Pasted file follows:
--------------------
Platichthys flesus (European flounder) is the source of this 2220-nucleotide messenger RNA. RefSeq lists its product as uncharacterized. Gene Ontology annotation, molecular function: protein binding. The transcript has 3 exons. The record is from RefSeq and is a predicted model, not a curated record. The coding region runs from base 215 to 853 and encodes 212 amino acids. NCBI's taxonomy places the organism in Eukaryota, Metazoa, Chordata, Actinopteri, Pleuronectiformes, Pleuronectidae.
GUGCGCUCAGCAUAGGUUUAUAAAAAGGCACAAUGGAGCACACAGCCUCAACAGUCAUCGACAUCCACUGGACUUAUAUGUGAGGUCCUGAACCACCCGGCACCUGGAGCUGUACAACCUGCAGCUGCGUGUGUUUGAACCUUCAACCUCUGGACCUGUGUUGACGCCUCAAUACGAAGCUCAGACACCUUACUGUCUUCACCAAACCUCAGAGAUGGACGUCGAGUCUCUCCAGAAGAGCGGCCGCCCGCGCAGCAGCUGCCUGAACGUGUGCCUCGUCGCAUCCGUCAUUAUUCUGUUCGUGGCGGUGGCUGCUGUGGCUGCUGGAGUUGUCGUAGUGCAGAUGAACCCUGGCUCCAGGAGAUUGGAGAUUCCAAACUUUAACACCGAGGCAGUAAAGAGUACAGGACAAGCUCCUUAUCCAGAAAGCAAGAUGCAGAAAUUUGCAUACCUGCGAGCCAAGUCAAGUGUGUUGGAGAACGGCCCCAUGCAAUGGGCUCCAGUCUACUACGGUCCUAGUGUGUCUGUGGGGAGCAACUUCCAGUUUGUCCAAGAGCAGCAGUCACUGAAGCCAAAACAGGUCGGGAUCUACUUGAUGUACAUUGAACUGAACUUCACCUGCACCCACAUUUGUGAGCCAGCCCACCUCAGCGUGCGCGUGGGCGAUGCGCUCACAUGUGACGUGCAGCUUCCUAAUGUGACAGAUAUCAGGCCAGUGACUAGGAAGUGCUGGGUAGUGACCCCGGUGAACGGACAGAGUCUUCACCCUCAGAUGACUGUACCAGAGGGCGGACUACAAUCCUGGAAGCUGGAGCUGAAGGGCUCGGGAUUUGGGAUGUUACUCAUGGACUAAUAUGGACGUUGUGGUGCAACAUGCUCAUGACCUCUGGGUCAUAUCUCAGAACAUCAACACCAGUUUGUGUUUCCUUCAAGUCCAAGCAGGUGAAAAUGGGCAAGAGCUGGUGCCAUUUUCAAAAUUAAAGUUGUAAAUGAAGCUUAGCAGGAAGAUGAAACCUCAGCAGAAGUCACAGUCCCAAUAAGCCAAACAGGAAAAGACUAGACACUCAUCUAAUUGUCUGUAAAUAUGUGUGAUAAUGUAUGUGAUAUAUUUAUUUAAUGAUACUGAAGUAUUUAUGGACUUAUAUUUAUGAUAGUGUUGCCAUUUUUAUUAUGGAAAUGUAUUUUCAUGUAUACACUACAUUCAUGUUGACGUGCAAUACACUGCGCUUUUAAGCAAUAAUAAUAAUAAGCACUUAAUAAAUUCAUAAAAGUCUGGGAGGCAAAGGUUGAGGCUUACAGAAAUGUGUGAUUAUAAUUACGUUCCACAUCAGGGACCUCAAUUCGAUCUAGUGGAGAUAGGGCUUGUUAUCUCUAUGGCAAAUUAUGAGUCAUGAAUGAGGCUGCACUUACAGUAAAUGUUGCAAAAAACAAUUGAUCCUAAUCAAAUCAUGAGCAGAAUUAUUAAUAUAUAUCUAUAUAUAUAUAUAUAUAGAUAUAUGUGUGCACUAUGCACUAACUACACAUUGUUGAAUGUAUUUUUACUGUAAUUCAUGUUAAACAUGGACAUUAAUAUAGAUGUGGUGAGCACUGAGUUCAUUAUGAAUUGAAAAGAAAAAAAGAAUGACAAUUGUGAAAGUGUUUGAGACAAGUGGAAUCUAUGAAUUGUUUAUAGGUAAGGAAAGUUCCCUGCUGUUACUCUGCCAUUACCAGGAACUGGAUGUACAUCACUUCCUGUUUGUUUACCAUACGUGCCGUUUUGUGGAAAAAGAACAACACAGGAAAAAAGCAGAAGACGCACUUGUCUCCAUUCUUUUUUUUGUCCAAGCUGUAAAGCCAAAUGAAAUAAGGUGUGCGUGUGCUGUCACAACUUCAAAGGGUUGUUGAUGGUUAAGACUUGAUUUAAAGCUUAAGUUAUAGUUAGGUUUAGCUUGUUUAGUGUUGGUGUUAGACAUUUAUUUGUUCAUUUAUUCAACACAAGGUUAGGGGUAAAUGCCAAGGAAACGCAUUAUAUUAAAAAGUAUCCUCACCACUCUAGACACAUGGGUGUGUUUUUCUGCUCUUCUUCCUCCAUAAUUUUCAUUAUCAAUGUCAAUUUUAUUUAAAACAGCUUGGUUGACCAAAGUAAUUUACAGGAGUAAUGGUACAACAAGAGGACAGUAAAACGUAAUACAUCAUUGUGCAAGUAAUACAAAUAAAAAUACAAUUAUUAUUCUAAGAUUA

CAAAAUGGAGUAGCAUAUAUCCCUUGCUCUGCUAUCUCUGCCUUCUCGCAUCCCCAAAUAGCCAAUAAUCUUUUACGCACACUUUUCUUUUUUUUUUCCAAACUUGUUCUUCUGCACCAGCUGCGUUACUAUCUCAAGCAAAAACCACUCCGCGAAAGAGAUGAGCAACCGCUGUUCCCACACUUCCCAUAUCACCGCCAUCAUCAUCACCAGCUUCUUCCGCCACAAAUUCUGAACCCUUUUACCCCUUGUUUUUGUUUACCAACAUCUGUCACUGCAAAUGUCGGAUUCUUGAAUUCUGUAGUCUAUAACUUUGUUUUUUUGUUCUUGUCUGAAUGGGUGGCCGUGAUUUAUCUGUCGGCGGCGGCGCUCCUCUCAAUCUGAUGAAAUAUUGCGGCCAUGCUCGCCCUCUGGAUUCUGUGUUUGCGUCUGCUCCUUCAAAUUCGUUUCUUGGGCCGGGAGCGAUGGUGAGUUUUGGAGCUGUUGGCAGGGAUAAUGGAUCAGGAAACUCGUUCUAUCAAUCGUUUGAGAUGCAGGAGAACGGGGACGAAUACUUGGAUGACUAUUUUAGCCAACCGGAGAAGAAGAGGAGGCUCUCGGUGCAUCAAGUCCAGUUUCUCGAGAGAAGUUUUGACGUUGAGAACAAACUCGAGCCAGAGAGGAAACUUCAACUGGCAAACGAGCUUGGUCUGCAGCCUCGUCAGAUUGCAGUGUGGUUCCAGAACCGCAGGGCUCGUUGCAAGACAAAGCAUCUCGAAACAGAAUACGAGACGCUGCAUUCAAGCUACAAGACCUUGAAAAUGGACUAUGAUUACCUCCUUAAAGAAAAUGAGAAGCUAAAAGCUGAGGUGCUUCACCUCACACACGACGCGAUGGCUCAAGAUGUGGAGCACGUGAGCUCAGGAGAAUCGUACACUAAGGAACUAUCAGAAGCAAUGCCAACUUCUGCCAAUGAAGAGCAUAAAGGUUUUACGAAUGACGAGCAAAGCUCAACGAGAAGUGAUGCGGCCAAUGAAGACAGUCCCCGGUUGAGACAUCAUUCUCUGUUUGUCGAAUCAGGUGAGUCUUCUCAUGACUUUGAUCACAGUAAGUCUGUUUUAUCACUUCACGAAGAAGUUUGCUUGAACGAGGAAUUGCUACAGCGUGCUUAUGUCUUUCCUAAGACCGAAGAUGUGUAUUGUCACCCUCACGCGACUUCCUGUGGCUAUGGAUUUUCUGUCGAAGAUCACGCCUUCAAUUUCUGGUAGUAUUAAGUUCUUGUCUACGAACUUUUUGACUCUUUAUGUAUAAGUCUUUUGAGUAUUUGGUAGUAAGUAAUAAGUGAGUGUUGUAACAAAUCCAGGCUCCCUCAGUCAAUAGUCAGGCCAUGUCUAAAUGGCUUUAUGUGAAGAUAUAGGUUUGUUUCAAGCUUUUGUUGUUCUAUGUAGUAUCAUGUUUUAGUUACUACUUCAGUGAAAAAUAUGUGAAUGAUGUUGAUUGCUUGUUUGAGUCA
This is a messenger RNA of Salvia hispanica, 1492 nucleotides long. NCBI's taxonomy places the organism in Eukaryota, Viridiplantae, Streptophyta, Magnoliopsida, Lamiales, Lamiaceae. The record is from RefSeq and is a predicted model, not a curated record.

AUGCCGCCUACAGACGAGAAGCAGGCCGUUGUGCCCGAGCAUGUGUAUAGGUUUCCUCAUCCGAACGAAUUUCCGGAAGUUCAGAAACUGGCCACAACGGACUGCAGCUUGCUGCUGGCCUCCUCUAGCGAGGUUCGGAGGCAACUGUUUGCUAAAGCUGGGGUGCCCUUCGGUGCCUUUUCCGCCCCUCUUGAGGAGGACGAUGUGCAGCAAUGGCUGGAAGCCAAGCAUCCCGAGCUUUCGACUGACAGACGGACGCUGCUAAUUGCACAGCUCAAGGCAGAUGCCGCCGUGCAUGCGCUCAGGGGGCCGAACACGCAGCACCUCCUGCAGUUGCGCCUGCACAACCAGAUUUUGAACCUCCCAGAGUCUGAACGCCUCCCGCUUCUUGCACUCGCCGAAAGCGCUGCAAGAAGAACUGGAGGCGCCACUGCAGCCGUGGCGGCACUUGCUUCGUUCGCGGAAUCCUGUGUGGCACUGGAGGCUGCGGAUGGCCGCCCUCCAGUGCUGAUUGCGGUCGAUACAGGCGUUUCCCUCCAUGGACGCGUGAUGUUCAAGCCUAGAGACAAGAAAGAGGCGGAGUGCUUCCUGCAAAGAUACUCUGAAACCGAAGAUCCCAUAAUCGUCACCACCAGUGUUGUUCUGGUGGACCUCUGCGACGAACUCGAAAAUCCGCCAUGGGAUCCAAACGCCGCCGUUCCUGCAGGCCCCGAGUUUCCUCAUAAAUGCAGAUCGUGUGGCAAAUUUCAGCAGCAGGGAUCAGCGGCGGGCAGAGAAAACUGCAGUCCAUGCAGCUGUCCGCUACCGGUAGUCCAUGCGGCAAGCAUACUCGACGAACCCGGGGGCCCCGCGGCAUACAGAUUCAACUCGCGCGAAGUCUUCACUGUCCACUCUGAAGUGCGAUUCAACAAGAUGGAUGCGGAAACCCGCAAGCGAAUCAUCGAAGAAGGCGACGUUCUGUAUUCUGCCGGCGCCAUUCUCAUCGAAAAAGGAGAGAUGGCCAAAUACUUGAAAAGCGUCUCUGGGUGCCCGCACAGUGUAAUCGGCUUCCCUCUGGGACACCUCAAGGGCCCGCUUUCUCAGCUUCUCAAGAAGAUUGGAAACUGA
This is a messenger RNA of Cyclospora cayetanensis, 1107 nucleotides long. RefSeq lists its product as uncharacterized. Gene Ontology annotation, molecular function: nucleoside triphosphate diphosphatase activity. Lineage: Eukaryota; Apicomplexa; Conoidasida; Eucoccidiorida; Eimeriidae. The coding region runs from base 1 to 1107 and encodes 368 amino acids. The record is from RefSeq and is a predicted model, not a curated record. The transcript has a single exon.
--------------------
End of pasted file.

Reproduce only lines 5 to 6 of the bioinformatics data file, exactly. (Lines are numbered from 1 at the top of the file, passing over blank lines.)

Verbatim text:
AUGCCGCCUACAGACGAGAAGCAGGCCGUUGUGCCCGAGCAUGUGUAUAGGUUUCCUCAUCCGAACGAAUUUCCGGAAGUUCAGAAACUGGCCACAACGGACUGCAGCUUGCUGCUGGCCUCCUCUAGCGAGGUUCGGAGGCAACUGUUUGCUAAAGCUGGGGUGCCCUUCGGUGCCUUUUCCGCCCCUCUUGAGGAGGACGAUGUGCAGCAAUGGCUGGAAGCCAAGCAUCCCGAGCUUUCGACUGACAGACGGACGCUGCUAAUUGCACAGCUCAAGGCAGAUGCCGCCGUGCAUGCGCUCAGGGGGCCGAACACGCAGCACCUCCUGCAGUUGCGCCUGCACAACCAGAUUUUGAACCUCCCAGAGUCUGAACGCCUCCCGCUUCUUGCACUCGCCGAAAGCGCUGCAAGAAGAACUGGAGGCGCCACUGCAGCCGUGGCGGCACUUGCUUCGUUCGCGGAAUCCUGUGUGGCACUGGAGGCUGCGGAUGGCCGCCCUCCAGUGCUGAUUGCGGUCGAUACAGGCGUUUCCCUCCAUGGACGCGUGAUGUUCAAGCCUAGAGACAAGAAAGAGGCGGAGUGCUUCCUGCAAAGAUACUCUGAAACCGAAGAUCCCAUAAUCGUCACCACCAGUGUUGUUCUGGUGGACCUCUGCGACGAACUCGAAAAUCCGCCAUGGGAUCCAAACGCCGCCGUUCCUGCAGGCCCCGAGUUUCCUCAUAAAUGCAGAUCGUGUGGCAAAUUUCAGCAGCAGGGAUCAGCGGCGGGCAGAGAAAACUGCAGUCCAUGCAGCUGUCCGCUACCGGUAGUCCAUGCGGCAAGCAUACUCGACGAACCCGGGGGCCCCGCGGCAUACAGAUUCAACUCGCGCGAAGUCUUCACUGUCCACUCUGAAGUGCGAUUCAACAAGAUGGAUGCGGAAACCCGCAAGCGAAUCAUCGAAGAAGGCGACGUUCUGUAUUCUGCCGGCGCCAUUCUCAUCGAAAAAGGAGAGAUGGCCAAAUACUUGAAAAGCGUCUCUGGGUGCCCGCACAGUGUAAUCGGCUUCCCUCUGGGACACCUCAAGGGCCCGCUUUCUCAGCUUCUCAAGAAGAUUGGAAACUGA
This is a messenger RNA of Cyclospora cayetanensis, 1107 nucleotides long. RefSeq lists its product as uncharacterized. Gene Ontology annotation, molecular function: nucleoside triphosphate diphosphatase activity. Lineage: Eukaryota; Apicomplexa; Conoidasida; Eucoccidiorida; Eimeriidae. The coding region runs from base 1 to 1107 and encodes 368 amino acids. The record is from RefSeq and is a predicted model, not a curated record. The transcript has a single exon.